Television is ruining America! That’s not to say I don’t watch television – I do, and lots of it. You can’t judge TV unless you watch it. So what do you think I was doing on a lazy Sunday afternoon? I was slumped on the sofa like a wet noodle watching House Hunters (one of my faves). A lovely young, expecting couple was touring a prospective home for their growing family as I watched in vicarious enjoyment. I was right there with them until the house tour ended when wifey said, “It just seems a little to small for you and I.” Stop! Did she just say that?
Unfortunately, incorrect usages of “you and I” and “you and me” are far too common in television and it spills over into real life. I’ve heard the same mistake being uttered on countless shows, including a very recent episode of The Real Housewives of Orange County. I’ve also heard it in real life on trains, busses, and in restaurants. “You and I” seems to be the words of choice among the culprits. I assume it’s because it sounds more romantic than “you and me,” but when it is used incorrectly it just sounds stupid! So how do you know when to use “you and I” versus “you and me”?
The easiest way to determine whether to use “you and me” or “you and I” is to separate the you and the I and break the sentence into two separate ones:
- “It just seems a little too small for you and I.”
- “It just seems a little too small for you.”
- “It just seems a little too small for I.”
See what happened there? “It just seems a little too small for I,” is completely incorrect! “It just seems a little too small for me,” would be the correct choice. Therefore, you can now compress the two sentences into one with grammatical correctness: “It just seems a little too small for you and me.”
Let’s say you were supposed to go on a double date with your boyfriend and your colleague, Harry, and his boyfriend, Larry, and at the last minute your colleague texts you saying Fluffy coughed up a massive hairball on their silk-upholstered vintage chaise lounge and they must spend the evening rescuing it from ruin. You turn to your boyfriend and say, “Larry and Harry cancelled. It’s going to be just you and I, babe!” Before you read further, break down that last sentence into two separate ones and write them down (or do it in your head).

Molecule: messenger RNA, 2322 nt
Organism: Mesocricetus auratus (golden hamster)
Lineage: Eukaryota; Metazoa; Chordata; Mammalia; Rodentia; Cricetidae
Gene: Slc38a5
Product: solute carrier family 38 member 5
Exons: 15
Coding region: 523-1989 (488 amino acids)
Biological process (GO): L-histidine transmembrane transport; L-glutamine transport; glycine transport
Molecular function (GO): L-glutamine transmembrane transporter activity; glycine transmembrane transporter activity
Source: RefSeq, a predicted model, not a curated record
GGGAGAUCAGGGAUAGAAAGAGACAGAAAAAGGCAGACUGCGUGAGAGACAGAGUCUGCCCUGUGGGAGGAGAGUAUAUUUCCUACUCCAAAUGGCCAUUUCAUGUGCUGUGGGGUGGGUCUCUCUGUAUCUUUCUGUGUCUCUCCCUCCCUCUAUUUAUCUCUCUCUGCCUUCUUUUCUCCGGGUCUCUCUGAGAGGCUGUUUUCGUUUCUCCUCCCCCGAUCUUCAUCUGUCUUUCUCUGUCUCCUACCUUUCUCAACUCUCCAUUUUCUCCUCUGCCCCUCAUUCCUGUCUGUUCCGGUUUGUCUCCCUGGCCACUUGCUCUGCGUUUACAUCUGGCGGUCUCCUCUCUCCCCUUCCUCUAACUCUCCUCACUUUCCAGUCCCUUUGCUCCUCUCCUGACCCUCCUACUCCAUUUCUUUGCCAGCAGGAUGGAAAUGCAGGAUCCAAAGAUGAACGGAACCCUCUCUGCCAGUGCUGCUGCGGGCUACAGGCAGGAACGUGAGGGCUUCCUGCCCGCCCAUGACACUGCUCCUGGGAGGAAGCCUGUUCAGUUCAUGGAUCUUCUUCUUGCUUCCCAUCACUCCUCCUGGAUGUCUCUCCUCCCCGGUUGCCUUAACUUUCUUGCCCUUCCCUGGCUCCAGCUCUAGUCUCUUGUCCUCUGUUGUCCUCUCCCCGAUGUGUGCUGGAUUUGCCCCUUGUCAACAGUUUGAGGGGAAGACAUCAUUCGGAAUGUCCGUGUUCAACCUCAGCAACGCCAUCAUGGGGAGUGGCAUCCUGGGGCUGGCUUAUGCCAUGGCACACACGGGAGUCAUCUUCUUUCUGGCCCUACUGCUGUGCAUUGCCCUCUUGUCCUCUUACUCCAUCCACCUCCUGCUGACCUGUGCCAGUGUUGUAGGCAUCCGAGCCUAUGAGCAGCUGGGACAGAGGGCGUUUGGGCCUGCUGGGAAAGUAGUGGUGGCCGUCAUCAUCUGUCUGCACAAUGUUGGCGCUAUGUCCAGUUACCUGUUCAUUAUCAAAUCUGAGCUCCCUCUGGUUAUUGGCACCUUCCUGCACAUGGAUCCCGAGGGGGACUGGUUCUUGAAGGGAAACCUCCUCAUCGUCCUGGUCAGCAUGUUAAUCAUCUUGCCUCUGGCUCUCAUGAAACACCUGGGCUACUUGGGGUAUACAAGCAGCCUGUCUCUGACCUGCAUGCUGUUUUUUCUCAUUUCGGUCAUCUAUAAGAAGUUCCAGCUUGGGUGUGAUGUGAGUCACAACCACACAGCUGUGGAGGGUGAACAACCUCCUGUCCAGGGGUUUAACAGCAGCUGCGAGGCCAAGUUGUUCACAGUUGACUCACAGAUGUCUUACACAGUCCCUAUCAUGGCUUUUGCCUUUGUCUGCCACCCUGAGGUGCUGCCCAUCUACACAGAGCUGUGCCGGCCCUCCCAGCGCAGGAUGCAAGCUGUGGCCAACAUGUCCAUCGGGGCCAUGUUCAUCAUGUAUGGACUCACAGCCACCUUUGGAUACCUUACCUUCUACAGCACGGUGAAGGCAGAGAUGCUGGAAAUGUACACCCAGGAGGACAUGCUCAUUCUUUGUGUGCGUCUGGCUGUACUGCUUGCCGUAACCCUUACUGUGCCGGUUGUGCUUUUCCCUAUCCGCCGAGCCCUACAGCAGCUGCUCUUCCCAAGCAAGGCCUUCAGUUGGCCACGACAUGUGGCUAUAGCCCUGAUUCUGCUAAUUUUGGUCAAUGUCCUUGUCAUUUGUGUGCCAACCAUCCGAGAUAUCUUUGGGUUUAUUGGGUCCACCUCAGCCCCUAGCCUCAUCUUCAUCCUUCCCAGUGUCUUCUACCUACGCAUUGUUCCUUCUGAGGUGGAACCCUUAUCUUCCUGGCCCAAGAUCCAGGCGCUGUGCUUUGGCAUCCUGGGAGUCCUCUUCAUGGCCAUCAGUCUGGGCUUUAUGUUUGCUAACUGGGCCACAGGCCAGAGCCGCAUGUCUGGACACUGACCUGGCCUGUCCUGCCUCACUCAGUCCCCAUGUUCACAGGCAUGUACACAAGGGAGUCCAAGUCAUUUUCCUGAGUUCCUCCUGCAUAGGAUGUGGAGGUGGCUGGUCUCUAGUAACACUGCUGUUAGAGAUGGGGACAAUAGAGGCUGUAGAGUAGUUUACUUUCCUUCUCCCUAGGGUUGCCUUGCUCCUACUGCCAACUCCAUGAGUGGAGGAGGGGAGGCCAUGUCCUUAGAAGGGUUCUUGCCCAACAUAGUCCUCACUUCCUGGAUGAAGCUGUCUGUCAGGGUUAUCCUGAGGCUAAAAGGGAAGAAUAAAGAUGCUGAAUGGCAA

- “It’s just going to be you and I, babe!”
- “It’s just going to be you, babe!”
- “It’s just going to be I, babe!”
Here, “you and I” doesn’t seem so romantic anymore – it’s stupid! “It’s just going to be me, babe!” would be the correct choice. Therefore, you can put the sentences back together and correctly say, “It’s just going to be you and me, babe!”
Whenever you’re in doubt about using “you and me” or “you and I” just break your sentence in two. It works the same way in speech and in writing. If you’ve already used one or the other incorrectly, recognize your mistake, learn from it, and correct it. Practice! There is only one exception to the rule- only when you are quoting someone else’s incorrect usage or you are writing a creative piece in which your character often speaks with grammatical errors. Don’t let that character be you!
Comments and suggestions are welcome because I’m always looking for improvement. If you see any typos or grammatical errors feel free to point them out and laugh.